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P.E.I. potato farmers have access to $15.6 million fund after difficult fall harvest

Brett Francis, left, and David Francis assess one of their harvested potato fields, which is covered in mud and puddles from the heavy rain that fell overnight Saturday and into Sunday. The owners and operators of David and Brett Francis Family Farm have not been able to harvest potatoes since last Tuesday due to the wet and cold weather.
Brett Francis, left, and David Francis assess one of their harvested potato fields in October 2018, after heavy rain during a wet, cold fall season. - Katherine Hunt

P.E.I. potato farmers who were affected by cold, wet weather in the fall of 2018 will be able to access a new, $15.6 million fund through the provincial and federal governments.
The 2018 Canada-P.E.I. Fall Harvest Recovery Initiative will provide financial assistance to producers who had extraordinary costs recovering their potatoes from the cold, sodden fields, as well as cleaning and disinfecting storage facilities. 
Estimates reported to The Guardian in December were that 15 per cent of P.E.I.’s potato harvest was abandoned due to the conditions. The losses have cost the P.E.I.’s Agricultural Insurance Corporation $39 million due to pay-outs to farmers. 
Jason Hayden, a potato farmer based in Pownal, said farmers were beset by a perfect storm of a wet spring, a dry summer, frost throughout the growing season and a wet harvest.
Hayden was forced to leave some of his own crop in the ground; his harvest lasted into November, almost three weeks later than normal.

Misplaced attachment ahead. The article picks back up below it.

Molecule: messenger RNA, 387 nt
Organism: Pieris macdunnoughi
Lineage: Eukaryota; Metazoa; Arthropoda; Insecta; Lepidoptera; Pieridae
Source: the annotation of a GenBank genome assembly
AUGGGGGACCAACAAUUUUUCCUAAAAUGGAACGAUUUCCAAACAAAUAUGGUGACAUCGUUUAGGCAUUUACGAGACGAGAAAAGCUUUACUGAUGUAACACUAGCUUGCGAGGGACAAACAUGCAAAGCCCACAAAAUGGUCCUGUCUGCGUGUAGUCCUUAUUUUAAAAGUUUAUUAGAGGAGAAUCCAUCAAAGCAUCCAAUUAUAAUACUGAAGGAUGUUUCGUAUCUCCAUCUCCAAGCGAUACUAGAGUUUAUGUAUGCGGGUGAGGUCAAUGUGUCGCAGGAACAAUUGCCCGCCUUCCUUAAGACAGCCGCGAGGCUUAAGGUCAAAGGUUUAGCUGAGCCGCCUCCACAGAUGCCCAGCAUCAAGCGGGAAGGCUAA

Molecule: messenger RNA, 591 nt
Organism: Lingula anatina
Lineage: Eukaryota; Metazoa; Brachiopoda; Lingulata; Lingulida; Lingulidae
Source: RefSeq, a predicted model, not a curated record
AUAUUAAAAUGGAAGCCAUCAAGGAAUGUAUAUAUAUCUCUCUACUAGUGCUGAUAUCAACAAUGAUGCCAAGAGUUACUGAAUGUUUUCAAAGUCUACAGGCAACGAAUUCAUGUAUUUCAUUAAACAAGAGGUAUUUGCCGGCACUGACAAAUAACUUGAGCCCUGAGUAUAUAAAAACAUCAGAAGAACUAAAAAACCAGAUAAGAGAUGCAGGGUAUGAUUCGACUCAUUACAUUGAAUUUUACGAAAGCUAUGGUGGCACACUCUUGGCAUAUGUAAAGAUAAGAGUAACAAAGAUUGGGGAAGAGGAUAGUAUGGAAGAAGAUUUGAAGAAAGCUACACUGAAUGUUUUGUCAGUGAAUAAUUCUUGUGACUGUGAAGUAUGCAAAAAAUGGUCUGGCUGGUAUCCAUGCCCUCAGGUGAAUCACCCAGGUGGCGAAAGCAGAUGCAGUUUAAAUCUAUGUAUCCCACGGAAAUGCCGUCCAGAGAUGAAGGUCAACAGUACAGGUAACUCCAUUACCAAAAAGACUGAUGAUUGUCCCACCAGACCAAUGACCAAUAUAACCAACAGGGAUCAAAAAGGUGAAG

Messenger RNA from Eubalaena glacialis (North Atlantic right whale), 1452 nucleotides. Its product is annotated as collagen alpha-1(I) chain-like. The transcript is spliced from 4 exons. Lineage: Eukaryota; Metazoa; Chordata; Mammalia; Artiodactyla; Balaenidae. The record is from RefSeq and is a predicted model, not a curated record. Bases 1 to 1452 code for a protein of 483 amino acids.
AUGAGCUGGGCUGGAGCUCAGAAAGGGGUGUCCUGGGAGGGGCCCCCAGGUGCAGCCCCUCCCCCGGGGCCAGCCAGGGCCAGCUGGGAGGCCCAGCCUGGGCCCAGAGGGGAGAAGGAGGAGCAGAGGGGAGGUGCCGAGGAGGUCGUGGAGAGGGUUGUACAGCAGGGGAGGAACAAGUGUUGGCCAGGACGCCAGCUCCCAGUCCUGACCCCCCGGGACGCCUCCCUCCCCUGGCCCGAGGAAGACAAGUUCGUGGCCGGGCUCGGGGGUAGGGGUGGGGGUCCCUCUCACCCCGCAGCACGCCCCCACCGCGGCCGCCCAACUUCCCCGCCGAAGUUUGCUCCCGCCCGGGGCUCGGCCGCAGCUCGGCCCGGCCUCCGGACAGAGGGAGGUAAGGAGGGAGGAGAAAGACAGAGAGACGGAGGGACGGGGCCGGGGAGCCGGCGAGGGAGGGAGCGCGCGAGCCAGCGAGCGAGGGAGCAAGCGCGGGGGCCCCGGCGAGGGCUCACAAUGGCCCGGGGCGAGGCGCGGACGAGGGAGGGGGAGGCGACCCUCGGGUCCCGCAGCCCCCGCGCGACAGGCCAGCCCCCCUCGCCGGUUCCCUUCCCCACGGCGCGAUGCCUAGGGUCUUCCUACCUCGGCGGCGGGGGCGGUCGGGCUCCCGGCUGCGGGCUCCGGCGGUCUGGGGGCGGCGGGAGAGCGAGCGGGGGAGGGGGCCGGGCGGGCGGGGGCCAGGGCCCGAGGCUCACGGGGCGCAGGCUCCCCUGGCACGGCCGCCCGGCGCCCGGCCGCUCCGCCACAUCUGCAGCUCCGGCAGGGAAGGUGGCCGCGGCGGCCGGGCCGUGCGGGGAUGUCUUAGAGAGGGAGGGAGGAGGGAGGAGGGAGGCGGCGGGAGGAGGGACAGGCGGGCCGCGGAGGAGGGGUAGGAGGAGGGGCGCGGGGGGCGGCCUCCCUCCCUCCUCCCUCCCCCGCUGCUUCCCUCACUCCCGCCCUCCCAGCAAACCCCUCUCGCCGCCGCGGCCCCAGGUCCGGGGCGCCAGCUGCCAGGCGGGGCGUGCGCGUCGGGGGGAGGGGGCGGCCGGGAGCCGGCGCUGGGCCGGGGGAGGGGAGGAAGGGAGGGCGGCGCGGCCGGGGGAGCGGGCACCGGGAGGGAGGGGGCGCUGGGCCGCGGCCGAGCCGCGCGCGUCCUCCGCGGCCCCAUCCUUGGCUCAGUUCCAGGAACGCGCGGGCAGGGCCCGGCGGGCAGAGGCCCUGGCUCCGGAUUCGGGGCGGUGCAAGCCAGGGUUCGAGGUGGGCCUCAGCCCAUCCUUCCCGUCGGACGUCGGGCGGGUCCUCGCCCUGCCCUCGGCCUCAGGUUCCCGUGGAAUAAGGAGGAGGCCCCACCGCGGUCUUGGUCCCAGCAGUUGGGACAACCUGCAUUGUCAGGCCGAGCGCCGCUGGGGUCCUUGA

“It was a very expensive crop to harvest. It wasn't efficient at all. It dragged on for weeks longer than it should have,” Hayden told The Guardian.
Cardigan MP and Veterans Affairs Minister Lawrence MacAulay attended an announcement of the initiative at Wilfred MacMillan and Sons’ farm in Pownal Friday. He noted the program, which is under the AgriRecovery Framework, aims to help farmers recover from severe conditions they faced last fall and get their businesses back on track.
“Farming can be a very difficult career at the best of times, so I’m so pleased to be able to provide this much-needed support for our farmers after such a tough season,” MacAulay said.
Potatoes are the primary cash crop on the Island, and P.E.I. continues to be the largest potato-producing province in Canada, growing one-quarter of the potatoes in the country. The heaviest losses from last year’s growing season were sustained by potato farmers.
The province exported over $400 million in seed, fresh and processed potato products last year – over half of total agricultural exports for P.E.I.
Hayden said the AgriRecovery Framework will provide assistance for costs that may not be covered under provincial crop insurance. This might include costs related to storage or unsuccessful planting of cover crops, which are meant to protect and enrich soil.
Additional information about the initiative will be available through the P.E.I. Department of Agriculture and Land and will enable producers to mitigate impacts from the extreme weather and effectively continue their operations.

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